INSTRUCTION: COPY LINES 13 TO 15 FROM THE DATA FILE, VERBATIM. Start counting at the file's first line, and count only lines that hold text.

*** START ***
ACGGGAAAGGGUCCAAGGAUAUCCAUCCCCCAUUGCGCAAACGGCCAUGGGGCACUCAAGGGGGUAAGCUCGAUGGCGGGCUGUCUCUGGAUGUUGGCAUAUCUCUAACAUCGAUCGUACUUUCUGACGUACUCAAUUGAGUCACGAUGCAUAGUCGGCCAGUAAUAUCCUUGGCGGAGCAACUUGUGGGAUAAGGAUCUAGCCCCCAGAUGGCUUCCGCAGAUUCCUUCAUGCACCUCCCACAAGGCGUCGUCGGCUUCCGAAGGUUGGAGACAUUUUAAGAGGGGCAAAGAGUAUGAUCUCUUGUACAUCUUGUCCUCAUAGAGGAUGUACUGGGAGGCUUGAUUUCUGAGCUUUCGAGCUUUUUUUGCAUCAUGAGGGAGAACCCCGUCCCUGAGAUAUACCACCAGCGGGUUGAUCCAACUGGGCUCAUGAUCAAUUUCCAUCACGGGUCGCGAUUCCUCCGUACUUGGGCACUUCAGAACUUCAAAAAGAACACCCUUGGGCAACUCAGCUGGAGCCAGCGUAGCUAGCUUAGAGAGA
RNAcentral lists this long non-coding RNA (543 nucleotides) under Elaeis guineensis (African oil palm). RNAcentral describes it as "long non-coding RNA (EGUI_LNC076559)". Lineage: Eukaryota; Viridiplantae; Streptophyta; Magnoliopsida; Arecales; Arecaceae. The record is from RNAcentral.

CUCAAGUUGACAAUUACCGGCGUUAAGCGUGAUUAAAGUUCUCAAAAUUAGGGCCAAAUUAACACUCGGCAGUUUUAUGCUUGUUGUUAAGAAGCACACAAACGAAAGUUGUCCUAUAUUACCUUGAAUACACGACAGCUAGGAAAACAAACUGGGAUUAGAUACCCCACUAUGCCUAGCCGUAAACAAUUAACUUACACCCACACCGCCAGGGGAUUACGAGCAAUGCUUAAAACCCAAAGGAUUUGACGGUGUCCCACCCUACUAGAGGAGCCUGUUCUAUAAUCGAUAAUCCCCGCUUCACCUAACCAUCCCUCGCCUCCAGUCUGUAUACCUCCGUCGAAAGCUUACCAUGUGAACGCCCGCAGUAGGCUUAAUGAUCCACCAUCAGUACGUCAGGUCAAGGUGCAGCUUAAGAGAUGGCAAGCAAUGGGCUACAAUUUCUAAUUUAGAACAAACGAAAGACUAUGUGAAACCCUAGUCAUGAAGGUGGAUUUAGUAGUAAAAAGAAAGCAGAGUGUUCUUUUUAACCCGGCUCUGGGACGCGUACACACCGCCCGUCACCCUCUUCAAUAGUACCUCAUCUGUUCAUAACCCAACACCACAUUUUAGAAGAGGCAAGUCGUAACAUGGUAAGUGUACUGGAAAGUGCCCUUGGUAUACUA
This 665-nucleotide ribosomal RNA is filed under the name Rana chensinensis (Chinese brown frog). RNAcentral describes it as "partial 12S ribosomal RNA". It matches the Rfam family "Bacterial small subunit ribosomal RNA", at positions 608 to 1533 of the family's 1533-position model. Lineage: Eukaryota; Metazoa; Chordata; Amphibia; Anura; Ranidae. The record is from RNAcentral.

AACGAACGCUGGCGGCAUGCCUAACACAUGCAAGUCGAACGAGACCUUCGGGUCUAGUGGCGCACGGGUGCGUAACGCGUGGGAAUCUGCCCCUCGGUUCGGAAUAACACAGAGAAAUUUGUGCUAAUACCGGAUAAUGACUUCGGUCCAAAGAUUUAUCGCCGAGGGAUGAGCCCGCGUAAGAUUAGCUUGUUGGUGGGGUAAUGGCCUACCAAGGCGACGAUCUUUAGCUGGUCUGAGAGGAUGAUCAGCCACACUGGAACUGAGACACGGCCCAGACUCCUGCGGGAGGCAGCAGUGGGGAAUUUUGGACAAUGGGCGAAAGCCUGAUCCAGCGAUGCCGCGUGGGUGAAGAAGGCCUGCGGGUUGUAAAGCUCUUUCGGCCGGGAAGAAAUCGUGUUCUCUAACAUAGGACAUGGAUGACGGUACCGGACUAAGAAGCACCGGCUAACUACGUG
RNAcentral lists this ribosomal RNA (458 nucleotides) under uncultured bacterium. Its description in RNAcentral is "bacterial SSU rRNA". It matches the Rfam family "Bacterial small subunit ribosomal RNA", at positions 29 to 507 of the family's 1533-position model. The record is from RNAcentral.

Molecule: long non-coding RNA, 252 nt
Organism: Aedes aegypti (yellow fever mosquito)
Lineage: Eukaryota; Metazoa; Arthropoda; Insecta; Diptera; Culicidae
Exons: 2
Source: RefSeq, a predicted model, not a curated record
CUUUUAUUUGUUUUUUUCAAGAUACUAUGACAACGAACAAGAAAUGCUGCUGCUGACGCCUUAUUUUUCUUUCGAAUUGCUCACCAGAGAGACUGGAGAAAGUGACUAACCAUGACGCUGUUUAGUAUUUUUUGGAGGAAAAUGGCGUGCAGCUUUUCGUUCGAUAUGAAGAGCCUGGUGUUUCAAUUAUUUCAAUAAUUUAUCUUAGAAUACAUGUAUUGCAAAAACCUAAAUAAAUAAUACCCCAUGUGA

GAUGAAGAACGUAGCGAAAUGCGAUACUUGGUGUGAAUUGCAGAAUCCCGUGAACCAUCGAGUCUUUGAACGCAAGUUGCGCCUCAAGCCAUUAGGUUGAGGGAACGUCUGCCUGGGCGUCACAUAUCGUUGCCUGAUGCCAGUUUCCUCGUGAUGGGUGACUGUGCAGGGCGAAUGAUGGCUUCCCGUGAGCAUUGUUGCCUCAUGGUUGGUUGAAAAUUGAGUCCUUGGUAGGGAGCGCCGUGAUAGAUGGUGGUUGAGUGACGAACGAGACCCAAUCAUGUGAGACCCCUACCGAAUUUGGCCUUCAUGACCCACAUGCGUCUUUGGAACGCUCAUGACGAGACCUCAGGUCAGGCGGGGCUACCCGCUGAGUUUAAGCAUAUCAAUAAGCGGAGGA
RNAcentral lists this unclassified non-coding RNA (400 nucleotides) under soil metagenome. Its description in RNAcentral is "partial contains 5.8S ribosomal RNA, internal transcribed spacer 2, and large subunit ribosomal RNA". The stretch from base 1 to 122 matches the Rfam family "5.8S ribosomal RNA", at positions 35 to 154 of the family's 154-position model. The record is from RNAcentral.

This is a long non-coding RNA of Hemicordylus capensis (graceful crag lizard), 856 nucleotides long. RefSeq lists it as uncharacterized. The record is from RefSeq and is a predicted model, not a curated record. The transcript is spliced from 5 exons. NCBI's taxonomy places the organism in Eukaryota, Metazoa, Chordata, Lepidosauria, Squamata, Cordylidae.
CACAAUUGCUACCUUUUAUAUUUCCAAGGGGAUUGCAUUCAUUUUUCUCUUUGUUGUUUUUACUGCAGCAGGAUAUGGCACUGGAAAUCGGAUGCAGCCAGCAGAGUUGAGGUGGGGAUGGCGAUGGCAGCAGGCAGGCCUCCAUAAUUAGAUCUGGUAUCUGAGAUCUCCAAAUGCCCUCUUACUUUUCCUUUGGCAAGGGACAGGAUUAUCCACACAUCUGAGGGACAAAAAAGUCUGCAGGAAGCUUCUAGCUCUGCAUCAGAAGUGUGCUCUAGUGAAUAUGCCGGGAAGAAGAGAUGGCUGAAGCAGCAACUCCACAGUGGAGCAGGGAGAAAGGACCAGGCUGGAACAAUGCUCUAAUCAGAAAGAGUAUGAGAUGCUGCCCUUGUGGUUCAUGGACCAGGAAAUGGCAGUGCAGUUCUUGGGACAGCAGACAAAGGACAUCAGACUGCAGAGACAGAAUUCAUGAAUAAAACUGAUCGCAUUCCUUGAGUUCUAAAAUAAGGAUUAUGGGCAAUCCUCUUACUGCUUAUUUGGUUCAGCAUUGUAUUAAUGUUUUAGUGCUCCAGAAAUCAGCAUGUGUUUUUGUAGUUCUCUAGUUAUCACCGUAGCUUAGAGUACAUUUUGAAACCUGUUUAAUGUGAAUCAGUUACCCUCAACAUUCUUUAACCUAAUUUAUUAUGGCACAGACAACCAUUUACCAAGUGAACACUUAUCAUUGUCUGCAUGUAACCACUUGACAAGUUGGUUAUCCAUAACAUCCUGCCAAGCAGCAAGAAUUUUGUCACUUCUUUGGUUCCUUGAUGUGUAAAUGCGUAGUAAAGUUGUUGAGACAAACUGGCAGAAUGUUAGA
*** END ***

GAUGAAGAACGUAGCGAAAUGCGAUACUUGGUGUGAAUUGCAGAAUCCCGUGAACCAUCGAGUCUUUGAACGCAAGUUGCGCCUCAAGCCAUUAGGUUGAGGGAACGUCUGCCUGGGCGUCACAUAUCGUUGCCUGAUGCCAGUUUCCUCGUGAUGGGUGACUGUGCAGGGCGAAUGAUGGCUUCCCGUGAGCAUUGUUGCCUCAUGGUUGGUUGAAAAUUGAGUCCUUGGUAGGGAGCGCCGUGAUAGAUGGUGGUUGAGUGACGAACGAGACCCAAUCAUGUGAGACCCCUACCGAAUUUGGCCUUCAUGACCCACAUGCGUCUUUGGAACGCUCAUGACGAGACCUCAGGUCAGGCGGGGCUACCCGCUGAGUUUAAGCAUAUCAAUAAGCGGAGGA
RNAcentral lists this unclassified non-coding RNA (400 nucleotides) under soil metagenome. Its description in RNAcentral is "partial contains 5.8S ribosomal RNA, internal transcribed spacer 2, and large subunit ribosomal RNA". The stretch from base 1 to 122 matches the Rfam family "5.8S ribosomal RNA", at positions 35 to 154 of the family's 154-position model. The record is from RNAcentral.

This is a long non-coding RNA of Hemicordylus capensis (graceful crag lizard), 856 nucleotides long. RefSeq lists it as uncharacterized. The record is from RefSeq and is a predicted model, not a curated record. The transcript is spliced from 5 exons. NCBI's taxonomy places the organism in Eukaryota, Metazoa, Chordata, Lepidosauria, Squamata, Cordylidae.